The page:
The coroner’s office was in a small building that didn’t give much consideration to the living. The magic, as Lu Jones said, happened on the first floor; everything above them was administration. The break room was up there, too, but most people hung out in the death investigator’s office. Lu said it was more fun there. Vince wasn’t so sure about that.
Nobody was in the office when Detective Carthos and Detective DeMarte arrived. Which was a shame. It would have been an excuse not to go into the autopsy room. And Vince could have used the comic relief from Lu or Jerome. He was still reeling from the stunt DeMarte pulled with Christabelle Calder. Absolutely astounded by the fact that he actually insinuated that she was somehow involved in Lister McKinney’s death. This was the excellent detective that all other detectives in the Munsterville Police Department were held up to in comparison. This was supposed to be the gold standard.
Gold standard of crap. The only thing Detective DeAndre DeMarte was concerned with was making himself look good and he had no reservation about bludgeoning people with his authority while he did it. Detective Carpenter might have been tripped up by the Winchester Harmon case, but he was nothing but thorough and respectful. He’d never once been embarrassed to be associated with him.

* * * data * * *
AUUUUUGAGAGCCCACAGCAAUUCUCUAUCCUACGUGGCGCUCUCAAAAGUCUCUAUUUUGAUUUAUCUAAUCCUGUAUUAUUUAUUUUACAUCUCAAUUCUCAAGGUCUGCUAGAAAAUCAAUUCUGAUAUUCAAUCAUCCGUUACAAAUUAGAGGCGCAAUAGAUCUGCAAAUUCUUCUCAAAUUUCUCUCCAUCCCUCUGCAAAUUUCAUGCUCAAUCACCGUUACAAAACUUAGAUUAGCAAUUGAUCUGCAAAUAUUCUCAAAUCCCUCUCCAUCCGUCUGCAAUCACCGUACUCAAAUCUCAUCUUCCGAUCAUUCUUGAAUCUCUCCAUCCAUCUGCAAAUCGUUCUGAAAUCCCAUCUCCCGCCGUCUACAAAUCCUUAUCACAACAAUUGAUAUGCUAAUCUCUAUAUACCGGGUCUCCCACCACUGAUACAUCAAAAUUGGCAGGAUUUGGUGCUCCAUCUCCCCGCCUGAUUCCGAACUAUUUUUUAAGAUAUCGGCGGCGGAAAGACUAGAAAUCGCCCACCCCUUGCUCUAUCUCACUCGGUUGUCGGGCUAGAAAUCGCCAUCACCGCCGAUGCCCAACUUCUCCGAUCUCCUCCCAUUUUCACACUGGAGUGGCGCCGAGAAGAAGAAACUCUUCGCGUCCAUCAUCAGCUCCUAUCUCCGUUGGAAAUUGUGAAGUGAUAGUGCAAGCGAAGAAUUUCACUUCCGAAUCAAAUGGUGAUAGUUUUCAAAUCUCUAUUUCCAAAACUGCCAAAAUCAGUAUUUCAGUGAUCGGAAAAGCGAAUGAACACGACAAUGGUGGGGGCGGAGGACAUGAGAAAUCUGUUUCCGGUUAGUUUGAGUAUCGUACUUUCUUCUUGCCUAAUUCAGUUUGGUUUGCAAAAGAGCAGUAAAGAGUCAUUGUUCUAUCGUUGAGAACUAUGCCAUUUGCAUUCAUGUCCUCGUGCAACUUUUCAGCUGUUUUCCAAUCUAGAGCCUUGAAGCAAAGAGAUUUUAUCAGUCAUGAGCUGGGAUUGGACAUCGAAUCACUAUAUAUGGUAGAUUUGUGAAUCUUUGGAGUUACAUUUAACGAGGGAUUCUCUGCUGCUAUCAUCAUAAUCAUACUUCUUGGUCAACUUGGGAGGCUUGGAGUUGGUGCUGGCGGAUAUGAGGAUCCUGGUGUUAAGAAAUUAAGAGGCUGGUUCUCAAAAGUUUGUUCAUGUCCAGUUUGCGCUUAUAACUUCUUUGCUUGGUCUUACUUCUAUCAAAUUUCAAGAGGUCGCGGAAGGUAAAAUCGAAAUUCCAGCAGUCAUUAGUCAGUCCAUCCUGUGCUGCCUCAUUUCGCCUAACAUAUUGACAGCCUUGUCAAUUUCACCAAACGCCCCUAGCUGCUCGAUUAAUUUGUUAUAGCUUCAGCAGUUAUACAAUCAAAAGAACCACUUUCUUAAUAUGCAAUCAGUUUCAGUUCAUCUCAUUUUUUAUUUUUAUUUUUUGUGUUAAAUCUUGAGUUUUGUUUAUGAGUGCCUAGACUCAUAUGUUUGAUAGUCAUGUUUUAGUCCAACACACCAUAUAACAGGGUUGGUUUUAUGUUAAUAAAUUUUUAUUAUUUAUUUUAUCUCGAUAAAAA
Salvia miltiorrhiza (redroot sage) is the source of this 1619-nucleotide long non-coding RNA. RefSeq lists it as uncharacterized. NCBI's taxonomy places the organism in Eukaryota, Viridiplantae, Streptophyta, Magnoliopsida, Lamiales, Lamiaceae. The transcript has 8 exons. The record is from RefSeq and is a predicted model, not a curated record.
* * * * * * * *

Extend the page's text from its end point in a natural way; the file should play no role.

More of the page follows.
Vince followed DeMarte into the autopsy room. It wasn’t his favorite place in the world to be, but it was all part of the job. The room was brightly lit and smelled strongly of disinfectant, which was better than what it had smelled like on other occasions that he’d been there. Dr. Pascal stood at a table on the other side of the room, an old woman laid open before him. Vince was surprised that he’d gotten through the autopsies so quickly to get to the old woman that Lu had bumped. It wasn’t even ten o’clock yet; he wasn’t supposed to get to her until after lunch.
There were three other tables between Vince and the autopsy in progress and he still felt too close.
“Good morning, Dr. Pascal,” DeMarte called across the room. He didn’t look like he wanted to get any closer and for the first time since his two weeks of DeMarte hell had started, Vince agreed with him.
“Good morning, detectives,” Dr. Pascal called back. He was a short man with wild eyes. To this man, everything was interesting, everything was an adventure. “I’ll be right with you.” He muttered something in Russian -his mother’s language, according to Lu- and looked at the assistant weighing the woman’s organs. “Grant. I need you to do a full toxicology work up on Mrs. Jefferson here. Include all of the heavy metals and known poisons.”
Vince shrunk back a step. Lu said the old lady’s death looked natural, but Dr. Pascal wanted to test for poisoning. He hoped Lu wasn’t going to get into trouble for bumping the old lady’s autopsy back.
“Now, gentlemen,” Dr. Pascal said as he stripped off his gloves and dumped them in a biohazard disposal bin. “You’re here about Mr. McKinney, yes?”
“That’s right, Doc,” DeMarte said.
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